——It’s ball season in Cornwall, and (almost) nothing good happens to our heroes at a gathering of the county nobles. Cousin Verity meets an alluring sea captain, sure, but Ross and Elizabeth’s obvious lingering chemistry gives Francis something to worry about. And we’re given our first real taste of George Warleggan, Poldark villain. And worst of all, a duel!
Barrett Brountas: High-class parties. High-stakes wagers. Banking, mining, affairs of the heart. The second episode of this first season of Poldark sets up all the delicious dilemmas we’ll come to savor in the seasons still to unfold.
George: Not dancing, Ross? Will none of the ladies have you? The whiff of soil is hard to swill off – but if one communes with peasants.
Ross D’you prescribe perfume?
George It covers a multitude of sins!
Ross Like money.
George: Indeed! For how else would a family of blacksmiths become bankers?
Barrett: With a touch of verbal poison, George Warleggan helps foster the growing tension between Poldark cousins Ross and Francis.
George: We cannot choose our family. But we can choose our friends. And as a friend, I say to you, if ever you need my assistance…
Francis: What assistance might I need?
George: What any man needs — someone to alert him if he sees his friend being played for a fool.
Barrett: And Ross does himself no favors by hosting the star-crossed lovers, sea captain Captain Andrew Blamey and cousin Verity Poldark, at Nampara, prompting a duel in his front yard.
Francis: When will it be convenient for you to meet me, Captain Blamey?
Andrew: As soon as you like, sir!
Verity: Andrew, no! Francis, please?
Francis: Get me a pistol!
Ross: Get one yourself.
Barrett: I’m Barrett Brountas, and this is Mining Poldark, a new podcast from MASTERPIECE that dives deep into the adventures of captain Ross Poldark and his Cornish companions.
We’re back with Robin Ellis, the original Ross Poldark from MASTERPIECE’s 1970s adaptation of Winston Graham’s iconic novels. But first, let’s ear from Robin as we share our re-cap cheatsheet. Where does it start, Robin?
Robin: It starts with a bang a single shot in one of the great old houses of Cornwall. Ross fingers a ring and ponders…
Barrett: Ross has reason to hope and reason to be crushed as he ricochets between optimism and defeat.
Robin: Demelza washes away the past and acquires a cape and a thirst for knowledge. Francis struggles. There’s a candlelit county ball for the greater good of Cornwall. Verity comes into her and learns about rigging ships.
Barrett: And we meet another love of Ross’s life: Wheal Leisure.
Robin: And it all ends with a picnic on the cliffs, outside the mine.
Barrett: And I wondered if we might even start off our discussion of episode two, like Ross and Judd with Wheal Leisure. I thought that the establishers here: the lone bell, a single hat on a peg, the abandoned ropes and beams — it all felt like a Western, and I almost expected to hear The Good, the Bad and the Ugly whistling in the background.
Robin: (Whistles.) Absolutely! I had the same sentiment. I think that was probably in the mind of the director as well, don’t you think?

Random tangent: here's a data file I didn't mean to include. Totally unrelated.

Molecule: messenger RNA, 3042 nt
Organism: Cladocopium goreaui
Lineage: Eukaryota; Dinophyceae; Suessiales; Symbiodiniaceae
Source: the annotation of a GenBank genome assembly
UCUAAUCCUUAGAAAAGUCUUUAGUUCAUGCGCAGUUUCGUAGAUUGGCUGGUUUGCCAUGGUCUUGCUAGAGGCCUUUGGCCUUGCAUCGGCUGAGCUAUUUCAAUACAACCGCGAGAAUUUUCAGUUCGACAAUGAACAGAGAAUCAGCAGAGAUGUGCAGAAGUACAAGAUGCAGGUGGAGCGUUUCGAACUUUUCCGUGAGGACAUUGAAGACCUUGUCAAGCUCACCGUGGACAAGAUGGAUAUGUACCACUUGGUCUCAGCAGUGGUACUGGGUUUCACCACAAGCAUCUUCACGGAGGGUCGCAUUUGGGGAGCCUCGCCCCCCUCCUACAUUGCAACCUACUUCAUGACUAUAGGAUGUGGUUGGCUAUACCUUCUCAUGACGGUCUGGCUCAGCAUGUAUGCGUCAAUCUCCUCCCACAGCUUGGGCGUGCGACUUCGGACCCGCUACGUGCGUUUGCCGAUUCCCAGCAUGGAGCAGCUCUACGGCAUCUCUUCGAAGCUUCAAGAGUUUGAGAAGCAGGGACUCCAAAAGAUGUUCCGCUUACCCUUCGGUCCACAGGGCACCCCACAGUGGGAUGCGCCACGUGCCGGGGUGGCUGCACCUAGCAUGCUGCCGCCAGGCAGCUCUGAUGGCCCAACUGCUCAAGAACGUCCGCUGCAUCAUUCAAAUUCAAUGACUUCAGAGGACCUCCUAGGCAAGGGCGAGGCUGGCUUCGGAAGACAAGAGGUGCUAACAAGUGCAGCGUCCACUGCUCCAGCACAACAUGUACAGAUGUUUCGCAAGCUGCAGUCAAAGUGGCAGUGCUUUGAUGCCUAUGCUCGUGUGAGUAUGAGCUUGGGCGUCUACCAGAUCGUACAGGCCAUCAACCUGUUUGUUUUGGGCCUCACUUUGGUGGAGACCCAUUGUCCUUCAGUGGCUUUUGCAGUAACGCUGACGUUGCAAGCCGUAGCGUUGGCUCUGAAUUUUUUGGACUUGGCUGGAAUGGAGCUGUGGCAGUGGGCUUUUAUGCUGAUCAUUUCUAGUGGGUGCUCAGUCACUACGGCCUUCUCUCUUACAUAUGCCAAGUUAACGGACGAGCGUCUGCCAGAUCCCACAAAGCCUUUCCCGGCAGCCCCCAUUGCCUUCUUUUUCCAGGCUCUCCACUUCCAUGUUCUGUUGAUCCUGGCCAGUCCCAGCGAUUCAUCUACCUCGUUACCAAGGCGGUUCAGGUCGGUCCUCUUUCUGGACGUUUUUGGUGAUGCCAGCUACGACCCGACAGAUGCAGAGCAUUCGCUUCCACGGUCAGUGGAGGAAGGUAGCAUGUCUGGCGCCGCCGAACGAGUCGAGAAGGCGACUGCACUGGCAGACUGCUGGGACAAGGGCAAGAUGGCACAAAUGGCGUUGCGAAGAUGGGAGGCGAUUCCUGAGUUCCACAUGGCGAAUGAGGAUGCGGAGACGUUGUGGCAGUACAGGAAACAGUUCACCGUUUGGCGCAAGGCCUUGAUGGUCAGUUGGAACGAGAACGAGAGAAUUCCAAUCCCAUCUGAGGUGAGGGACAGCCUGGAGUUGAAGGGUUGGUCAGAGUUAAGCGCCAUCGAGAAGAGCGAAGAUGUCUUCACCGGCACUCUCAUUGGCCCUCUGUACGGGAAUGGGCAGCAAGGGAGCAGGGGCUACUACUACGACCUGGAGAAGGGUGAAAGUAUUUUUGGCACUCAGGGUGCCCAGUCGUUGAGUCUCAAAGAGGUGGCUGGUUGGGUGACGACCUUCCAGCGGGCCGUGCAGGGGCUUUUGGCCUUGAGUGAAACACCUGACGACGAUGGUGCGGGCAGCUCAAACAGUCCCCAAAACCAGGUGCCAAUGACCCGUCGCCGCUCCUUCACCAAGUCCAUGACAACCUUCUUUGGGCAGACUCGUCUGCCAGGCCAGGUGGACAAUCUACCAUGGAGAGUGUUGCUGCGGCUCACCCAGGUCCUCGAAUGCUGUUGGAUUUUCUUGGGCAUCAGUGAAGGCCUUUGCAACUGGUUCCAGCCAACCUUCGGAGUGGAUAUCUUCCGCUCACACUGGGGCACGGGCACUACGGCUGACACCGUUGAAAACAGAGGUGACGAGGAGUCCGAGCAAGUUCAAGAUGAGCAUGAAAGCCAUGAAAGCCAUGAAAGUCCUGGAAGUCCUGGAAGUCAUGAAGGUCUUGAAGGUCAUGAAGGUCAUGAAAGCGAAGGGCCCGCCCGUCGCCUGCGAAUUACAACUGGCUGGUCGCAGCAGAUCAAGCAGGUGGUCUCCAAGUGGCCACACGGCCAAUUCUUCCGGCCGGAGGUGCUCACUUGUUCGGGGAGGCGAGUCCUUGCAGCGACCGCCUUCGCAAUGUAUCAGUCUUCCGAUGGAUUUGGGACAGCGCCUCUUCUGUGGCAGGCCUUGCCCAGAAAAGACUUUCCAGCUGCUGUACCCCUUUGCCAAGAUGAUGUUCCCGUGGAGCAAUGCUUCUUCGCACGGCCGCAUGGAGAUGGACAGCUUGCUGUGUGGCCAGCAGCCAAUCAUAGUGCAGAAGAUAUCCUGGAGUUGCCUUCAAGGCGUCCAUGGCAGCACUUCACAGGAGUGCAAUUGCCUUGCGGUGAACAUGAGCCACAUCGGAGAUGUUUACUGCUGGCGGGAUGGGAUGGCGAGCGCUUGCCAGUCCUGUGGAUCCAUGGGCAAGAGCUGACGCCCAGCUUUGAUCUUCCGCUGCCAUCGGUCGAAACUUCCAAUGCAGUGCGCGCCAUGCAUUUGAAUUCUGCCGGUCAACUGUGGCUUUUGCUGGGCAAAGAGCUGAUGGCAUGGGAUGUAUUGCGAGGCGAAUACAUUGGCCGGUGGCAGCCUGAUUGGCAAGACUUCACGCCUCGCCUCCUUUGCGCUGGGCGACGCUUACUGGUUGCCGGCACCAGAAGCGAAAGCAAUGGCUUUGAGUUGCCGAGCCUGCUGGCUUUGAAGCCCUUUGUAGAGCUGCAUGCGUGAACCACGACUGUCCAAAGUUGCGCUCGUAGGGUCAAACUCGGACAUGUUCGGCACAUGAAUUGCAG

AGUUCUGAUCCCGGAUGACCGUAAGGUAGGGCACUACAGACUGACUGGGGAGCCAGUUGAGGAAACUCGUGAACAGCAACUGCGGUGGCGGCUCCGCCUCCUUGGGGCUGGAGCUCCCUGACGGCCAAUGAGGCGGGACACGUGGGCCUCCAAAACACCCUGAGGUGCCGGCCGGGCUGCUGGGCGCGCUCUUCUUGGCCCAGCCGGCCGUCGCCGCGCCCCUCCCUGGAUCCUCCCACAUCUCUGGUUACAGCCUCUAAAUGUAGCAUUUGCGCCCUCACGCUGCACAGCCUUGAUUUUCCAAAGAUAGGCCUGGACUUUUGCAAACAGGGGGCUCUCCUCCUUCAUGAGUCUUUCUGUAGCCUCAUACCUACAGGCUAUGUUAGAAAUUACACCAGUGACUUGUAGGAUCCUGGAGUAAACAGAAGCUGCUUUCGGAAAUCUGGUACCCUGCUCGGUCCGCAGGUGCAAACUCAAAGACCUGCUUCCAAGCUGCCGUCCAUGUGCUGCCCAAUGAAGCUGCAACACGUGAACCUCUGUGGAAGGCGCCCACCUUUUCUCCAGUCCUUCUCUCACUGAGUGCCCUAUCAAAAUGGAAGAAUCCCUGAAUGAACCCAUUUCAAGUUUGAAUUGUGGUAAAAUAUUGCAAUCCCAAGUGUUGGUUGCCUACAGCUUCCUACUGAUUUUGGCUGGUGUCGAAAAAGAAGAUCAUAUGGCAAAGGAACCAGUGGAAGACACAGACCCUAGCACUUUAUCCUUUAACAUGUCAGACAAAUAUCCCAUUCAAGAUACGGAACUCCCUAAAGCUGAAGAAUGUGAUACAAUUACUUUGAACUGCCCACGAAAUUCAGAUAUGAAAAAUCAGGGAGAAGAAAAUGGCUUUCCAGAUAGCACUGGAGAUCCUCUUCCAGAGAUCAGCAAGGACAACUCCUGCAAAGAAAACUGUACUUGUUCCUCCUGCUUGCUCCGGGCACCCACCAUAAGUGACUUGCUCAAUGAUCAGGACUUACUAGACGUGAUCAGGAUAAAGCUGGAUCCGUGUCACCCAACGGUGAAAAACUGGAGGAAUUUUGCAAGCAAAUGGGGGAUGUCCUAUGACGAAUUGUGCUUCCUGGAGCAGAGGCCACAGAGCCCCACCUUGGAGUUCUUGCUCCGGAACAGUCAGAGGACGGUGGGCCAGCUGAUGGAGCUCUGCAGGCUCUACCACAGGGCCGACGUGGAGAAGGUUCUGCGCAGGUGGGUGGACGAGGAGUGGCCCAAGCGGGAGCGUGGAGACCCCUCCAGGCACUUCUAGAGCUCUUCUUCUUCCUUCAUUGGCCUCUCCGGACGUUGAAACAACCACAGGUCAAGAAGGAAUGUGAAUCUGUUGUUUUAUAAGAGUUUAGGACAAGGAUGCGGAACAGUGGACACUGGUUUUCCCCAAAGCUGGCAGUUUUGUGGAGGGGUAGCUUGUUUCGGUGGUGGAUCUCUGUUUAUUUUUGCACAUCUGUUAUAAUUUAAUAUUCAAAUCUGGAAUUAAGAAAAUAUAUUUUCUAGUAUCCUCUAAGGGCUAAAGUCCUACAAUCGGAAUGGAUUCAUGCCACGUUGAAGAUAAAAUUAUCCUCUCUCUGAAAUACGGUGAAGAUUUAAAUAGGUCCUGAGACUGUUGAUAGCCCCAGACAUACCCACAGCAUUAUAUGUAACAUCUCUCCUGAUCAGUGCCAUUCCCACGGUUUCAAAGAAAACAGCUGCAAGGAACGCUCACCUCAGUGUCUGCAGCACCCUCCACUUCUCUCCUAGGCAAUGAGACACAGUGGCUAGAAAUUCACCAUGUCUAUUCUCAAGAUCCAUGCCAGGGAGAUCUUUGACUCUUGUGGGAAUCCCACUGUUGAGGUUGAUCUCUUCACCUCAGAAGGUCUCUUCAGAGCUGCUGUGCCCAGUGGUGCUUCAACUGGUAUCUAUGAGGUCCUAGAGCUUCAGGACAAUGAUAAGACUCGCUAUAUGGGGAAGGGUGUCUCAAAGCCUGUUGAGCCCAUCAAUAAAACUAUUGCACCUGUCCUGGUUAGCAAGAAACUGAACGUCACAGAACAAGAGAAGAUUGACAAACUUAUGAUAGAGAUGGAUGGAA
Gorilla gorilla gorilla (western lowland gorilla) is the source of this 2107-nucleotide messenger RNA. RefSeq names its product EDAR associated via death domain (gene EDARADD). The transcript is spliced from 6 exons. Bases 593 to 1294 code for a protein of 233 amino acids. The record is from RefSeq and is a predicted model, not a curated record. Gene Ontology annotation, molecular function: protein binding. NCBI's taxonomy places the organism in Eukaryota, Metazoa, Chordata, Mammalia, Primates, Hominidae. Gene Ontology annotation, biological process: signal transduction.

Barrett: Yes! Totally. I think that it works on us subconsciously. You know, it’s raising the stakes through these Western conventions.
Robin: It does.
Barrett: Did you ever think of Poldark in those terms when you were making the series?
Robin: I frankly I did mostly when I was on horseback and I usually fell off after coming to those conclusions…one just can’t have those kind of thoughts while trying to control the horse. But certainly I did. All the English actors want to do a Western, you know? There’s one shot actually we did, it was that night and I rode up with my posse. I mean we were law officers, or something. And I really thought the shot looked like, you know Clint Eastwood or John Wayne. For a second, I just wallowed in that kind of fantasy, basically.
Barrett: So good.
Robin: Once in a lifetime.
Barrett: Judd is given this sort of important speech about mining that we’re to understand that for seasons to come we really need to understand mining.
Jud: Tis in the blood, your father say. Mining, tis in the blood. Like a vein of copper. Tis the bread of life. Eat, sleep, live and breathe it….She’s your salvation, and your downfall. Make you reckless, make you bold. Many a friend it’d break, and many more will follow. Tis a fool’s game. Twill end in tears.
Barrett: This sets us up as Ross gets ready to reopen Wheal Leisure.
Robin: That’s right. It’s in the blood. And it’s very effective to see these two sitting opposite each other. One of them is a cynic and has grave doubts about the whole idea of opening the mine. The other one, Ross, may have doubts as well but somehow you feel there’s a new dawn here, that this is maybe something he can do in his hour of need of something to do because of what’s happened with Elizabeth. And it’s contrasted in the episode. And so you got this lovely balance. Charles Poldark says later on, you know, ‘I hope you’ve learnt about what it owns a mime what it means to own a mine, you could end up by by committing suicide.’ So you got the positive and the negative at the beginning.